Marital Property versus Separate Property

I am frequently asked about how to differentiate marital versus separate property in a divorce.  Michigan law tries to be clear-cut on a topic that is rarely so easy.

Separate property is anything that belonged to one party or the other prior to the date of the marriage. Assets and income that is acquired during the marriage is considered “marital,” unless those assets fall into a special category, or have become co-mingled. This is true only to a degree, however. For instance, it is possible for the Court to divide income that was never co-mingled if it exists in a jointly held account.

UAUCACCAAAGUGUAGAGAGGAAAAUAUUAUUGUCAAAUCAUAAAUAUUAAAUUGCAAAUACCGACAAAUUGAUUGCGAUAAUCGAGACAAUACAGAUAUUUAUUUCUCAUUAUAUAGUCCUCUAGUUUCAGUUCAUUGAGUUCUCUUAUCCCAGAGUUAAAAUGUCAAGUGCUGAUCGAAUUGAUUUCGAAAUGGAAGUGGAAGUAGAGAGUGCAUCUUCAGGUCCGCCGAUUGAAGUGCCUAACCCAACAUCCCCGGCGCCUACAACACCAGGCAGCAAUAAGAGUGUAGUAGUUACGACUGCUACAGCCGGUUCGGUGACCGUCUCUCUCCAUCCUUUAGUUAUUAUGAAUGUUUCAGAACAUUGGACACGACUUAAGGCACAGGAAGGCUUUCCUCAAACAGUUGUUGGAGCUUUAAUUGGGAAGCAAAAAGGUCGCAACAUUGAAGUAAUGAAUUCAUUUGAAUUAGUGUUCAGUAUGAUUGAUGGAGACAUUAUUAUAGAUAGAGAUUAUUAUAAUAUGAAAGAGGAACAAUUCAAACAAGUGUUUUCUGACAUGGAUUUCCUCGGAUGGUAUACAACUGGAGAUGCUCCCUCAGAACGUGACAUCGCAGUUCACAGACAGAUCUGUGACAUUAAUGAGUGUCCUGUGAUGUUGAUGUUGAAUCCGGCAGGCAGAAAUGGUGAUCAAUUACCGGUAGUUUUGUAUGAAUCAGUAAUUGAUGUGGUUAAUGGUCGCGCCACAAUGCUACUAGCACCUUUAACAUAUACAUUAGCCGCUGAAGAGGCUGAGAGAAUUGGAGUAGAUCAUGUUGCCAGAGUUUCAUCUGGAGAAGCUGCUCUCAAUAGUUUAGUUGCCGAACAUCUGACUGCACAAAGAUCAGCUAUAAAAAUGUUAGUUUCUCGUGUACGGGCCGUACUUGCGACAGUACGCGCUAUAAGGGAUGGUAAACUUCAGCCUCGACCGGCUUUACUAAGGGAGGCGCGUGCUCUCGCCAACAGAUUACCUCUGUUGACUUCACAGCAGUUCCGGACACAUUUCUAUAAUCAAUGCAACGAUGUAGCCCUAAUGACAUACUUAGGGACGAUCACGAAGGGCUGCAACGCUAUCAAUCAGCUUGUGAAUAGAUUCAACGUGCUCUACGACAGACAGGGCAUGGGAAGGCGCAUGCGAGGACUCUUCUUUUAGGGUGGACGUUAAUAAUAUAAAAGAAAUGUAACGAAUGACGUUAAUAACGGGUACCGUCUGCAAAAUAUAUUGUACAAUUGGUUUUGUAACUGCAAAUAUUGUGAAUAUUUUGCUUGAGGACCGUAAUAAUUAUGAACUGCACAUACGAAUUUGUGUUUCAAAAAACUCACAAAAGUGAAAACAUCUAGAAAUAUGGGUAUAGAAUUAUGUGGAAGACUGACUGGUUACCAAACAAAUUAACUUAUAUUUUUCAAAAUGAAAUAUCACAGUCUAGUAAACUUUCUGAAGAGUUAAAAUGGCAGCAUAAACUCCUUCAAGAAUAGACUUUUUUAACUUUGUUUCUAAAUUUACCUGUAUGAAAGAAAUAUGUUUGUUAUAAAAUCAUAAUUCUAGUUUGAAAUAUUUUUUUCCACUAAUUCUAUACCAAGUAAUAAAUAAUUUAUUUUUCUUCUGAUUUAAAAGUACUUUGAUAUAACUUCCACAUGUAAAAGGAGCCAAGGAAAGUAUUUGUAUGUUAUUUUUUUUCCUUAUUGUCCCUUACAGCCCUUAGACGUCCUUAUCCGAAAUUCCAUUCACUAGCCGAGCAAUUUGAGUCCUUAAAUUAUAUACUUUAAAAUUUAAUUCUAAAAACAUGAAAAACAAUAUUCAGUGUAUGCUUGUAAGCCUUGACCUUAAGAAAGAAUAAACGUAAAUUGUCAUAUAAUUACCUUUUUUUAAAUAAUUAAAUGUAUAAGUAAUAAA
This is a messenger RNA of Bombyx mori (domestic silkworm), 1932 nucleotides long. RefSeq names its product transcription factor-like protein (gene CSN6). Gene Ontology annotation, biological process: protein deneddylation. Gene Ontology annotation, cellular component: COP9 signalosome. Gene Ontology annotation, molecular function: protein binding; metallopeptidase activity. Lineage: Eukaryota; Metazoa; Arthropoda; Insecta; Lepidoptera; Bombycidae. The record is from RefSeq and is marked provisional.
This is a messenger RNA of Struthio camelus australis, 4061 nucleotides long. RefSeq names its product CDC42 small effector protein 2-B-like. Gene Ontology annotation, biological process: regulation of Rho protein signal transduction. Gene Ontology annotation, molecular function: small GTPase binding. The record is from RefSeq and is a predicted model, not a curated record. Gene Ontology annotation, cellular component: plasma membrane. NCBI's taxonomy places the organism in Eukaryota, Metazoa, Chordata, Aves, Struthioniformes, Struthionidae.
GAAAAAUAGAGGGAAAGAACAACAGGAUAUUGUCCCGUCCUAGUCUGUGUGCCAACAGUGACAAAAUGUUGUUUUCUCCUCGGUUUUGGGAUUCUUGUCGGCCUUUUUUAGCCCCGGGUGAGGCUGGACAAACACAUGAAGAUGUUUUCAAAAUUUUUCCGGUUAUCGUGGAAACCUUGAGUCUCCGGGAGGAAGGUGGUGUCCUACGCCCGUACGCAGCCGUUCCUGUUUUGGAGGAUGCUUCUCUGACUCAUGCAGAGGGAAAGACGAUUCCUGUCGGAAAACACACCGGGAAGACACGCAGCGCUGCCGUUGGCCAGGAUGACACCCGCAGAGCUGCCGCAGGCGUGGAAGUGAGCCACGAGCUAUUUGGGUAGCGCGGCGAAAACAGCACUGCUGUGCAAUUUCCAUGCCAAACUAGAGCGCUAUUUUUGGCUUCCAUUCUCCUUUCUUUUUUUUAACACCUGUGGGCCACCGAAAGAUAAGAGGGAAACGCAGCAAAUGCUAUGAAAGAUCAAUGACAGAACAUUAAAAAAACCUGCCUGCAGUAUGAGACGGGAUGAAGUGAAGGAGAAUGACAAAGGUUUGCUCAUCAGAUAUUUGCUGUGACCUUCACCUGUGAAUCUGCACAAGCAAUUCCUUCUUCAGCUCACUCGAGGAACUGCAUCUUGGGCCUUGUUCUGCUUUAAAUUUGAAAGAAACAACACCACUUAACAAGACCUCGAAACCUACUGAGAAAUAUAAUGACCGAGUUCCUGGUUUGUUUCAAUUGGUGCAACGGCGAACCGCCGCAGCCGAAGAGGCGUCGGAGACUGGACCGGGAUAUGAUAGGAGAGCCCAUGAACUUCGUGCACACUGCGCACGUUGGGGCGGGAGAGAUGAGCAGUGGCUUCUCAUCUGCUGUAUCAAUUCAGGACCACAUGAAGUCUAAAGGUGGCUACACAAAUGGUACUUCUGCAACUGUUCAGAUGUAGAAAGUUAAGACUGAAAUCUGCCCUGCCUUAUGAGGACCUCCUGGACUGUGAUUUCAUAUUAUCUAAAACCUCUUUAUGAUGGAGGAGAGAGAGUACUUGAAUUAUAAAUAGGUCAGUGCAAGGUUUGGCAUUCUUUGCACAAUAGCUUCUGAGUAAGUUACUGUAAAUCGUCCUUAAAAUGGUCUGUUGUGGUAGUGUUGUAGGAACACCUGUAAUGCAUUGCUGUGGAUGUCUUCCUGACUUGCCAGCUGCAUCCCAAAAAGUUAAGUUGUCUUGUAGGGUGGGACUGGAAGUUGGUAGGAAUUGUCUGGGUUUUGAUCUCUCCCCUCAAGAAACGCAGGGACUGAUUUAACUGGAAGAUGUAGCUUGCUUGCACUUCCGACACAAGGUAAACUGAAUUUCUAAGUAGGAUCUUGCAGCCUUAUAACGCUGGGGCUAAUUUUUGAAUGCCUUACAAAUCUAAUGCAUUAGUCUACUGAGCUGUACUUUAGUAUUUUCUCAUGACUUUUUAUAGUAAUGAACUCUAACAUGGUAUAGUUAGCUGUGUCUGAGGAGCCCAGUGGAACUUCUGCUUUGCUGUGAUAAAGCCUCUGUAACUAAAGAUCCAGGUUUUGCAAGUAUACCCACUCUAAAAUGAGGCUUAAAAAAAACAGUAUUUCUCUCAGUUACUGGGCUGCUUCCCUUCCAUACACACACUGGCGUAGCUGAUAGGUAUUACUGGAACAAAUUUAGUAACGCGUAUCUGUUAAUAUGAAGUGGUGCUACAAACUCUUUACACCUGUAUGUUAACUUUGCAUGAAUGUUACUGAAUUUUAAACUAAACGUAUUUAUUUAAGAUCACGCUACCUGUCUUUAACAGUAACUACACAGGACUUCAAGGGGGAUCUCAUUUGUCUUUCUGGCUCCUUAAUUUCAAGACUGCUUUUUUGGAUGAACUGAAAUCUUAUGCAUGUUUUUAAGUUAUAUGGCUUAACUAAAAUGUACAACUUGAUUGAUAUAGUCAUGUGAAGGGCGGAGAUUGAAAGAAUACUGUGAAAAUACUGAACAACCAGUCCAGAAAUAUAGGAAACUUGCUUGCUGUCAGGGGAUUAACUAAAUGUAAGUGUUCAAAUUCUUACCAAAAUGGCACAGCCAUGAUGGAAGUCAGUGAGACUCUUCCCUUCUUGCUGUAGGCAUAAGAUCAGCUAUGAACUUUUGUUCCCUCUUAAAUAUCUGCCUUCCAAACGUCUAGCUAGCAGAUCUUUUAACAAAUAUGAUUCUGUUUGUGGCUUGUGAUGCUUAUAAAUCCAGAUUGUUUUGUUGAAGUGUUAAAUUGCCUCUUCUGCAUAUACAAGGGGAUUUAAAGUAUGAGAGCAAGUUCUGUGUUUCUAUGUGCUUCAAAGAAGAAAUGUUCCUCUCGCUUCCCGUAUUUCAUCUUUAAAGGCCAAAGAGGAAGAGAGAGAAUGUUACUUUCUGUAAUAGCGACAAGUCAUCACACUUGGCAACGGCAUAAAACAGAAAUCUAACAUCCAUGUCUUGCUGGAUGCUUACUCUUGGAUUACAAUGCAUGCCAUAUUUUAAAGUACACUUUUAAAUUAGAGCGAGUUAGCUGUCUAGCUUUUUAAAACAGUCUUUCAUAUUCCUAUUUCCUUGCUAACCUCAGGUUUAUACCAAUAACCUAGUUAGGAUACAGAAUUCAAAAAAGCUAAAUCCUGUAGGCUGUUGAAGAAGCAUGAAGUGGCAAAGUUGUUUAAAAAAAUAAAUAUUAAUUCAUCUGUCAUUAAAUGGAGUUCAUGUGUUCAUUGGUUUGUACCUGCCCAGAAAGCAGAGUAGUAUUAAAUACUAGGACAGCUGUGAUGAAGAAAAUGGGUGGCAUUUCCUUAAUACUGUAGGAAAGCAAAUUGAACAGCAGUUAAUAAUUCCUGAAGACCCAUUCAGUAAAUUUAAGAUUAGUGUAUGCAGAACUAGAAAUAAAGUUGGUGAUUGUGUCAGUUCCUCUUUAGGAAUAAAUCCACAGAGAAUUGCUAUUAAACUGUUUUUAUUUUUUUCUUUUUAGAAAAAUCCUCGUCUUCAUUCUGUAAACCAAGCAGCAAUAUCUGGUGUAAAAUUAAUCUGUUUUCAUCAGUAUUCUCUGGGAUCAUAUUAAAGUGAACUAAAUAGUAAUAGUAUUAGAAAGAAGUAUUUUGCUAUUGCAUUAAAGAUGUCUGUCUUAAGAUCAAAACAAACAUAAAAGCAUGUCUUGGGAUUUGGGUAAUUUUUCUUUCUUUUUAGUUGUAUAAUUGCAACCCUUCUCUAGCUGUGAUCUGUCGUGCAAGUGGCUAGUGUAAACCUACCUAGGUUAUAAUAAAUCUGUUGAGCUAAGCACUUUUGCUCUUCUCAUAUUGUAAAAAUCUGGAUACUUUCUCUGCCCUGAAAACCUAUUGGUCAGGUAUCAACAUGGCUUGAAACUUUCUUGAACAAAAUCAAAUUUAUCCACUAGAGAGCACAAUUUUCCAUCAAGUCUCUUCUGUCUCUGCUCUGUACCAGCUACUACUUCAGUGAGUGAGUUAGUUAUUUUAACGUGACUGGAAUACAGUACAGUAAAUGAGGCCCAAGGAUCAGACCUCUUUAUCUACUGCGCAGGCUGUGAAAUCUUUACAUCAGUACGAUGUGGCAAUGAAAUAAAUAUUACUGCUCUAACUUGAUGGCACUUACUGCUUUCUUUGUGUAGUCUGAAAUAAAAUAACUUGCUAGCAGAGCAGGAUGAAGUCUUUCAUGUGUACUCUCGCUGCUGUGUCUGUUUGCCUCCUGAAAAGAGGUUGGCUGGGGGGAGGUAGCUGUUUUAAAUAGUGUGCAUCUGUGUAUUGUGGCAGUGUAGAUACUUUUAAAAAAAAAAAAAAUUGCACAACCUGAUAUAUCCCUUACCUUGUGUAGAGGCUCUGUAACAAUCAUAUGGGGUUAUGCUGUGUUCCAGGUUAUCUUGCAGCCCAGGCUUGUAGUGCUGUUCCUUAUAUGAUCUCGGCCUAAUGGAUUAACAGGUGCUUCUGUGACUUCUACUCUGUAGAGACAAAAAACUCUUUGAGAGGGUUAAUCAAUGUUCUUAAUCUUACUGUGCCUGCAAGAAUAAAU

Income of either party is technically considered “marital” once it hits a joint account. Frequently, a party will try to prevent his paychecks from becoming “co-mingled”  in order to create a better argument that that money is his separate property. BUT, he does not have a “good” argument for this and will likely not prevail at trial.


If you need specific legal advice for your particular circumstances, we encourage you to privately consult with a lawyer. Our office frequently handles this types of matters. For a free initial consultation, please contact us at (517) 507-5077.

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